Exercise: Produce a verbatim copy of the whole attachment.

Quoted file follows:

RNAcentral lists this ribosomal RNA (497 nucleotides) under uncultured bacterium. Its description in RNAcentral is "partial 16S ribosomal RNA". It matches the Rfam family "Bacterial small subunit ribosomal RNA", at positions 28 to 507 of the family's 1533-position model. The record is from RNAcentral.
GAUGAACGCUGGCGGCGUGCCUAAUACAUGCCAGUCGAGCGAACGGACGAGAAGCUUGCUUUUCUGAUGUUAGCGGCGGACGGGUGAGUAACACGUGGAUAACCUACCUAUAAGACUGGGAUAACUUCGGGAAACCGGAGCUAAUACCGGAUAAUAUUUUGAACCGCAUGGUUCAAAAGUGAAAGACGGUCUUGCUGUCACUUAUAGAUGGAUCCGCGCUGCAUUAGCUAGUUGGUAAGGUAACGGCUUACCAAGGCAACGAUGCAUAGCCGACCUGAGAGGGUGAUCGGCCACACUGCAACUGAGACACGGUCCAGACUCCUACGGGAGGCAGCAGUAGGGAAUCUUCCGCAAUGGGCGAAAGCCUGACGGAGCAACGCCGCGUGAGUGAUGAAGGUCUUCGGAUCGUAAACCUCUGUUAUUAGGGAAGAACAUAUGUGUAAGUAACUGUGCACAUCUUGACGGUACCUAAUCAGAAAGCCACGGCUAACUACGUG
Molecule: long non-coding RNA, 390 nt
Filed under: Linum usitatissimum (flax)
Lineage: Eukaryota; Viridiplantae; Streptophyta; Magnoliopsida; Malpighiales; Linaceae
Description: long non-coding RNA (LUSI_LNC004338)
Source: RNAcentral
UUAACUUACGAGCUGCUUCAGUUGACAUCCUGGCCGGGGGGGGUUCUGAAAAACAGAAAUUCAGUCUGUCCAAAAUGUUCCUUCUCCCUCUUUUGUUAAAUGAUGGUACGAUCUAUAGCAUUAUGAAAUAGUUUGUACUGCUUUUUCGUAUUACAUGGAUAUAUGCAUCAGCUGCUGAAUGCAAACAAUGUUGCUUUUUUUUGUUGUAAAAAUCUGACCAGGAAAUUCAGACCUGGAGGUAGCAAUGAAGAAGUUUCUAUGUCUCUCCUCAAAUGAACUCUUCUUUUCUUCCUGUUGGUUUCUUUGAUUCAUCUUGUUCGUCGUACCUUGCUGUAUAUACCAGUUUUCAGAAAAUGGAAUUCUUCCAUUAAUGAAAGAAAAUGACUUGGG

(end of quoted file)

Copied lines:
RNAcentral lists this ribosomal RNA (497 nucleotides) under uncultured bacterium. Its description in RNAcentral is "partial 16S ribosomal RNA". It matches the Rfam family "Bacterial small subunit ribosomal RNA", at positions 28 to 507 of the family's 1533-position model. The record is from RNAcentral.
GAUGAACGCUGGCGGCGUGCCUAAUACAUGCCAGUCGAGCGAACGGACGAGAAGCUUGCUUUUCUGAUGUUAGCGGCGGACGGGUGAGUAACACGUGGAUAACCUACCUAUAAGACUGGGAUAACUUCGGGAAACCGGAGCUAAUACCGGAUAAUAUUUUGAACCGCAUGGUUCAAAAGUGAAAGACGGUCUUGCUGUCACUUAUAGAUGGAUCCGCGCUGCAUUAGCUAGUUGGUAAGGUAACGGCUUACCAAGGCAACGAUGCAUAGCCGACCUGAGAGGGUGAUCGGCCACACUGCAACUGAGACACGGUCCAGACUCCUACGGGAGGCAGCAGUAGGGAAUCUUCCGCAAUGGGCGAAAGCCUGACGGAGCAACGCCGCGUGAGUGAUGAAGGUCUUCGGAUCGUAAACCUCUGUUAUUAGGGAAGAACAUAUGUGUAAGUAACUGUGCACAUCUUGACGGUACCUAAUCAGAAAGCCACGGCUAACUACGUG
Molecule: long non-coding RNA, 390 nt
Filed under: Linum usitatissimum (flax)
Lineage: Eukaryota; Viridiplantae; Streptophyta; Magnoliopsida; Malpighiales; Linaceae
Description: long non-coding RNA (LUSI_LNC004338)
Source: RNAcentral
UUAACUUACGAGCUGCUUCAGUUGACAUCCUGGCCGGGGGGGGUUCUGAAAAACAGAAAUUCAGUCUGUCCAAAAUGUUCCUUCUCCCUCUUUUGUUAAAUGAUGGUACGAUCUAUAGCAUUAUGAAAUAGUUUGUACUGCUUUUUCGUAUUACAUGGAUAUAUGCAUCAGCUGCUGAAUGCAAACAAUGUUGCUUUUUUUUGUUGUAAAAAUCUGACCAGGAAAUUCAGACCUGGAGGUAGCAAUGAAGAAGUUUCUAUGUCUCUCCUCAAAUGAACUCUUCUUUUCUUCCUGUUGGUUUCUUUGAUUCAUCUUGUUCGUCGUACCUUGCUGUAUAUACCAGUUUUCAGAAAAUGGAAUUCUUCCAUUAAUGAAAGAAAAUGACUUGGG